55 km drinking water pipeline over 550 meters altitude
by Patricia Pfister

Mongolia, a land of extremes in terms of climate, distances, population, topography – nothing resembles the conditions in Europe. Population density alone is 120 times lower than in Germany and distances are gigantic. This is an area which needs some ingenious logistics when it comes to laying a 55 km long drinking water transport pipeline for a provincial capital with 30,000 inhabitants. Responsibility for planning and transport, the construction of a water purification plant, pumping stations and the pipeline were placed in the reliable hands of Tiroler Rohre GmbH, the Austrian manufacturer of ductile cast iron pipe systems. Thus, interface problems were avoided which, because of the climate-related narrow time window of six months, could have had catastrophic effects. The article clearly shows how extreme requirements can be elegantly handled with ductile iron pipes.

Large-dimension interim pipeline for the inner city
by Lutz Rau and Jens Große

For a long time now Berliner Wasserbetriebe has been a pioneer in the development and establishment of new construction technologies. One only has to think of the replacement of existing drinking water pipelines, half of which is already done using the trenchless technology according to established technical rules. A similar development is happening with the replacement of existing wastewater pressure pipelines where sewage transport has to be maintained with the help of temporary bypass pipelines. A broad range of experience has been gathered in recent years for the planning, construction, operation and dismantling of these interim pipelines, which are essentially above-ground, and this experience has been translated into draft technical regulations or standards. The most economical solution which has emerged for straight sections is the use of thrust-resistant ductile iron pipes which are quick and simple to assemble and then dismantle and which can also be used again in other phases of construction. Road crossings are achieved by means of culverts using the welded steel pipe technique. Based on a project implemented in Berlin-Pankow, the article allows a glimpse into the “writing workshop” for Berliner Wasserbetriebe’s standards.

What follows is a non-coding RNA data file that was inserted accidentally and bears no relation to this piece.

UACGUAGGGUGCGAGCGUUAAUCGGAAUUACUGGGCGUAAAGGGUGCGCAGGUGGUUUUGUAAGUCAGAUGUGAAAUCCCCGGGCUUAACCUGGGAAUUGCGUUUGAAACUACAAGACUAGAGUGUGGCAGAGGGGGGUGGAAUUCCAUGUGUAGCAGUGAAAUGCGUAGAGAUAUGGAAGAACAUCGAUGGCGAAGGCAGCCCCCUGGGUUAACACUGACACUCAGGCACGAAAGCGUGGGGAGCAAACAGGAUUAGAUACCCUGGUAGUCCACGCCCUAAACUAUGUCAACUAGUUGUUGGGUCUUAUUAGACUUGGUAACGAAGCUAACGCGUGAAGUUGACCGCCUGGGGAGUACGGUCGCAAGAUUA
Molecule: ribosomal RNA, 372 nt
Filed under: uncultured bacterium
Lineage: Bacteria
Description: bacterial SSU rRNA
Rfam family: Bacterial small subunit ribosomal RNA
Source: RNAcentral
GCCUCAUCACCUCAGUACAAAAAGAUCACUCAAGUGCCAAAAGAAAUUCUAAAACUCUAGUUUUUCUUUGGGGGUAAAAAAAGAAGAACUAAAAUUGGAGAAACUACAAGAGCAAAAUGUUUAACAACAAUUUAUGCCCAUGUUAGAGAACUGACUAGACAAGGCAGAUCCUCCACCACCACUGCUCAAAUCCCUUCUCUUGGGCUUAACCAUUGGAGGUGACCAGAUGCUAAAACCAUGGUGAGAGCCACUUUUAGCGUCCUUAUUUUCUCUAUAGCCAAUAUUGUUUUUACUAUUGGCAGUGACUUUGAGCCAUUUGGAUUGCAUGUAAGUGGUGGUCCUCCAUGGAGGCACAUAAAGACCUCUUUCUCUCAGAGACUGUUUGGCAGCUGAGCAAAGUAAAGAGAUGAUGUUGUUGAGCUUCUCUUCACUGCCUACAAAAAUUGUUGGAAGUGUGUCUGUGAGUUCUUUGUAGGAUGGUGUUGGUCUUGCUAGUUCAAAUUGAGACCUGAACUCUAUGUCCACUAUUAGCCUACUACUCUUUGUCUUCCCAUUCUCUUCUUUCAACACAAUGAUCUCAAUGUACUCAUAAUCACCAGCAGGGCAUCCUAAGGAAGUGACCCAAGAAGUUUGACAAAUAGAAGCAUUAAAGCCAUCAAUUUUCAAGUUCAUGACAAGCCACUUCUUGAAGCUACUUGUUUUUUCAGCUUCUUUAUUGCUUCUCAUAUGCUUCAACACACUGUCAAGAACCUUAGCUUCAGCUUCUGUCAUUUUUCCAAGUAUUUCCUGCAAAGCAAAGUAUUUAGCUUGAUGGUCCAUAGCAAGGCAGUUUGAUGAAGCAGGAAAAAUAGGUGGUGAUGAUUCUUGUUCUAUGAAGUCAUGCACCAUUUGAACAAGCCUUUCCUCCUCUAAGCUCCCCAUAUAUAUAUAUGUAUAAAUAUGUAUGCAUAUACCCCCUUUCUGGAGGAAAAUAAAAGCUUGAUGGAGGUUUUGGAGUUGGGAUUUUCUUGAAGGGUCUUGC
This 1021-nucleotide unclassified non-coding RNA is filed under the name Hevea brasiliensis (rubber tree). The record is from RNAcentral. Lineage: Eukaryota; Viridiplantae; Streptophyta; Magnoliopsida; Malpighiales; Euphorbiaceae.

The right pipe in the right bedding
by Jürgen Rammelsberg

This article provides a summary of the most important technical solutions for the external protection of ductile cast iron pipe systems and describes the development of regulations in this sector over the last 50 years. And of course there is a look at future new areas of application for ductile cast iron pipe systems: they are highly topical because they demonstrate one way of alleviating the climate emergency in our cities, which is already covered by the applicable regulations (see the article entitled “Implementing the sponge city principle” on page 46 ff.).

A challenge: leak detection on long-distance pipelines